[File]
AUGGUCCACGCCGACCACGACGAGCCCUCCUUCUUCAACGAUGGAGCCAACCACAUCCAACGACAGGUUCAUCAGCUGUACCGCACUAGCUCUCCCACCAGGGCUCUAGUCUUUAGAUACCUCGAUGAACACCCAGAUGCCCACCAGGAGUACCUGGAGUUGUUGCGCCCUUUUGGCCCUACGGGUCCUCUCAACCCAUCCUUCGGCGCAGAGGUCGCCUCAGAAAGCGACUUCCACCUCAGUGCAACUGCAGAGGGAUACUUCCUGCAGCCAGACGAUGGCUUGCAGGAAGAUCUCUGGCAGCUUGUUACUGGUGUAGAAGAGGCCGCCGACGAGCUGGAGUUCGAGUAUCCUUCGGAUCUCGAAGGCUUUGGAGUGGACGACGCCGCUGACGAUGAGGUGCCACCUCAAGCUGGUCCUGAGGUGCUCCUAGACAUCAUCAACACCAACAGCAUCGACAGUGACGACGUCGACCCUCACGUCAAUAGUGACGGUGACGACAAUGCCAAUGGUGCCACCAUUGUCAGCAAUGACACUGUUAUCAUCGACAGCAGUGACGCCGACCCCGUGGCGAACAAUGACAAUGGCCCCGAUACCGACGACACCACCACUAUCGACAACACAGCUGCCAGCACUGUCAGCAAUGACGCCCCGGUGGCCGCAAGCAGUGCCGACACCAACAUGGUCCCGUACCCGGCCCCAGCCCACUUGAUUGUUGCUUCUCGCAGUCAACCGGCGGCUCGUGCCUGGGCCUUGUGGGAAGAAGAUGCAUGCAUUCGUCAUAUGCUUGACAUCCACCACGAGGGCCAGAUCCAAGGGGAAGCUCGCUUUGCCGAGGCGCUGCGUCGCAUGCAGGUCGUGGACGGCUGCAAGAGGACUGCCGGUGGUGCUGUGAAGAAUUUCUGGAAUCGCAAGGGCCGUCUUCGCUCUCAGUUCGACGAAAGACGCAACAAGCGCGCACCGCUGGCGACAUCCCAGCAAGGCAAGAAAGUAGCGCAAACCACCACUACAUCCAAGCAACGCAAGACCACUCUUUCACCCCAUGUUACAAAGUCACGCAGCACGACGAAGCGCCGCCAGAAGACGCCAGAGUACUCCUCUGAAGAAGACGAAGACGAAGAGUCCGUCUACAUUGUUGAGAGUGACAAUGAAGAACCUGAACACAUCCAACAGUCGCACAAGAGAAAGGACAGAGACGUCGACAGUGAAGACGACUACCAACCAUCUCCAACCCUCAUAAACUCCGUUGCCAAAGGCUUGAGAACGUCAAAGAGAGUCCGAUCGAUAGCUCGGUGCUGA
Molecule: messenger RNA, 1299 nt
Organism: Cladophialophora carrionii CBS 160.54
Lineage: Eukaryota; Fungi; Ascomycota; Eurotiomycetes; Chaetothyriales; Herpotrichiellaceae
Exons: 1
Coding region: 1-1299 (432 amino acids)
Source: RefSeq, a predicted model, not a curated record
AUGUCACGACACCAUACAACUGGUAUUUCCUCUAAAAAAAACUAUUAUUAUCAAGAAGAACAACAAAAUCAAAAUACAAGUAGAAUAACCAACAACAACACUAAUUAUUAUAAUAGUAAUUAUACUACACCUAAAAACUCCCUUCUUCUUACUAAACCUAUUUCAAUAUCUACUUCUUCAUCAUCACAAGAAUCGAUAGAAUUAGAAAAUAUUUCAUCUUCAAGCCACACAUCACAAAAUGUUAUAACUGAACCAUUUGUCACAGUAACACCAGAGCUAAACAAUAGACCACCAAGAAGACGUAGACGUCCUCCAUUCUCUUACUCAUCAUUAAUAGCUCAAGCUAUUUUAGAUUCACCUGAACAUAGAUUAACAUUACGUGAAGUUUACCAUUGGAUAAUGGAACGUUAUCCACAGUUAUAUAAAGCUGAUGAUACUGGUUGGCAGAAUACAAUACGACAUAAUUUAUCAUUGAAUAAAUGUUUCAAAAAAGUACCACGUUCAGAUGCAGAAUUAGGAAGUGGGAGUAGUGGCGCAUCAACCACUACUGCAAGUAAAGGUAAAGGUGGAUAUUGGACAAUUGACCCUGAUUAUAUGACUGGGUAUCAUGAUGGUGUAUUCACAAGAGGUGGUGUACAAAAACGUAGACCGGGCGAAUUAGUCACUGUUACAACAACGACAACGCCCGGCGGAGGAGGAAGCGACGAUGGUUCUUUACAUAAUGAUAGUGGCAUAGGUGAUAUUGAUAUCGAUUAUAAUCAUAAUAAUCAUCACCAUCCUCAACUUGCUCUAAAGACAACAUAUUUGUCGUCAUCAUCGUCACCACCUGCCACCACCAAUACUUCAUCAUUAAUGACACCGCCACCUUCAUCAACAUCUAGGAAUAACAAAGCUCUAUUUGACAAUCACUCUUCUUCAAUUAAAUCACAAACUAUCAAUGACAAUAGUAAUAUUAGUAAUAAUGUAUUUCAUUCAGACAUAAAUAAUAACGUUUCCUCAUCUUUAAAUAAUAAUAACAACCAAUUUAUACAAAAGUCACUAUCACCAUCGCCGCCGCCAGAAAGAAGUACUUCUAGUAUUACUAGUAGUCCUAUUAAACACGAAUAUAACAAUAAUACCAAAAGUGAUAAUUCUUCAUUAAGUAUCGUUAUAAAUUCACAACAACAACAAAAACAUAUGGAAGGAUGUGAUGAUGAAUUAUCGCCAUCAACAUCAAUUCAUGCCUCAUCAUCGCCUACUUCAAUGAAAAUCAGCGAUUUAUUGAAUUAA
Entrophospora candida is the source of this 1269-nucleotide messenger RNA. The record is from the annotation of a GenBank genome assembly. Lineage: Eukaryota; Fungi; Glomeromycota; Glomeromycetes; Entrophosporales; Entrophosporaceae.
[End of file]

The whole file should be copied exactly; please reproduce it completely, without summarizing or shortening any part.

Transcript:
AUGGUCCACGCCGACCACGACGAGCCCUCCUUCUUCAACGAUGGAGCCAACCACAUCCAACGACAGGUUCAUCAGCUGUACCGCACUAGCUCUCCCACCAGGGCUCUAGUCUUUAGAUACCUCGAUGAACACCCAGAUGCCCACCAGGAGUACCUGGAGUUGUUGCGCCCUUUUGGCCCUACGGGUCCUCUCAACCCAUCCUUCGGCGCAGAGGUCGCCUCAGAAAGCGACUUCCACCUCAGUGCAACUGCAGAGGGAUACUUCCUGCAGCCAGACGAUGGCUUGCAGGAAGAUCUCUGGCAGCUUGUUACUGGUGUAGAAGAGGCCGCCGACGAGCUGGAGUUCGAGUAUCCUUCGGAUCUCGAAGGCUUUGGAGUGGACGACGCCGCUGACGAUGAGGUGCCACCUCAAGCUGGUCCUGAGGUGCUCCUAGACAUCAUCAACACCAACAGCAUCGACAGUGACGACGUCGACCCUCACGUCAAUAGUGACGGUGACGACAAUGCCAAUGGUGCCACCAUUGUCAGCAAUGACACUGUUAUCAUCGACAGCAGUGACGCCGACCCCGUGGCGAACAAUGACAAUGGCCCCGAUACCGACGACACCACCACUAUCGACAACACAGCUGCCAGCACUGUCAGCAAUGACGCCCCGGUGGCCGCAAGCAGUGCCGACACCAACAUGGUCCCGUACCCGGCCCCAGCCCACUUGAUUGUUGCUUCUCGCAGUCAACCGGCGGCUCGUGCCUGGGCCUUGUGGGAAGAAGAUGCAUGCAUUCGUCAUAUGCUUGACAUCCACCACGAGGGCCAGAUCCAAGGGGAAGCUCGCUUUGCCGAGGCGCUGCGUCGCAUGCAGGUCGUGGACGGCUGCAAGAGGACUGCCGGUGGUGCUGUGAAGAAUUUCUGGAAUCGCAAGGGCCGUCUUCGCUCUCAGUUCGACGAAAGACGCAACAAGCGCGCACCGCUGGCGACAUCCCAGCAAGGCAAGAAAGUAGCGCAAACCACCACUACAUCCAAGCAACGCAAGACCACUCUUUCACCCCAUGUUACAAAGUCACGCAGCACGACGAAGCGCCGCCAGAAGACGCCAGAGUACUCCUCUGAAGAAGACGAAGACGAAGAGUCCGUCUACAUUGUUGAGAGUGACAAUGAAGAACCUGAACACAUCCAACAGUCGCACAAGAGAAAGGACAGAGACGUCGACAGUGAAGACGACUACCAACCAUCUCCAACCCUCAUAAACUCCGUUGCCAAAGGCUUGAGAACGUCAAAGAGAGUCCGAUCGAUAGCUCGGUGCUGA
Molecule: messenger RNA, 1299 nt
Organism: Cladophialophora carrionii CBS 160.54
Lineage: Eukaryota; Fungi; Ascomycota; Eurotiomycetes; Chaetothyriales; Herpotrichiellaceae
Exons: 1
Coding region: 1-1299 (432 amino acids)
Source: RefSeq, a predicted model, not a curated record
AUGUCACGACACCAUACAACUGGUAUUUCCUCUAAAAAAAACUAUUAUUAUCAAGAAGAACAACAAAAUCAAAAUACAAGUAGAAUAACCAACAACAACACUAAUUAUUAUAAUAGUAAUUAUACUACACCUAAAAACUCCCUUCUUCUUACUAAACCUAUUUCAAUAUCUACUUCUUCAUCAUCACAAGAAUCGAUAGAAUUAGAAAAUAUUUCAUCUUCAAGCCACACAUCACAAAAUGUUAUAACUGAACCAUUUGUCACAGUAACACCAGAGCUAAACAAUAGACCACCAAGAAGACGUAGACGUCCUCCAUUCUCUUACUCAUCAUUAAUAGCUCAAGCUAUUUUAGAUUCACCUGAACAUAGAUUAACAUUACGUGAAGUUUACCAUUGGAUAAUGGAACGUUAUCCACAGUUAUAUAAAGCUGAUGAUACUGGUUGGCAGAAUACAAUACGACAUAAUUUAUCAUUGAAUAAAUGUUUCAAAAAAGUACCACGUUCAGAUGCAGAAUUAGGAAGUGGGAGUAGUGGCGCAUCAACCACUACUGCAAGUAAAGGUAAAGGUGGAUAUUGGACAAUUGACCCUGAUUAUAUGACUGGGUAUCAUGAUGGUGUAUUCACAAGAGGUGGUGUACAAAAACGUAGACCGGGCGAAUUAGUCACUGUUACAACAACGACAACGCCCGGCGGAGGAGGAAGCGACGAUGGUUCUUUACAUAAUGAUAGUGGCAUAGGUGAUAUUGAUAUCGAUUAUAAUCAUAAUAAUCAUCACCAUCCUCAACUUGCUCUAAAGACAACAUAUUUGUCGUCAUCAUCGUCACCACCUGCCACCACCAAUACUUCAUCAUUAAUGACACCGCCACCUUCAUCAACAUCUAGGAAUAACAAAGCUCUAUUUGACAAUCACUCUUCUUCAAUUAAAUCACAAACUAUCAAUGACAAUAGUAAUAUUAGUAAUAAUGUAUUUCAUUCAGACAUAAAUAAUAACGUUUCCUCAUCUUUAAAUAAUAAUAACAACCAAUUUAUACAAAAGUCACUAUCACCAUCGCCGCCGCCAGAAAGAAGUACUUCUAGUAUUACUAGUAGUCCUAUUAAACACGAAUAUAACAAUAAUACCAAAAGUGAUAAUUCUUCAUUAAGUAUCGUUAUAAAUUCACAACAACAACAAAAACAUAUGGAAGGAUGUGAUGAUGAAUUAUCGCCAUCAACAUCAAUUCAUGCCUCAUCAUCGCCUACUUCAAUGAAAAUCAGCGAUUUAUUGAAUUAA
Entrophospora candida is the source of this 1269-nucleotide messenger RNA. The record is from the annotation of a GenBank genome assembly. Lineage: Eukaryota; Fungi; Glomeromycota; Glomeromycetes; Entrophosporales; Entrophosporaceae.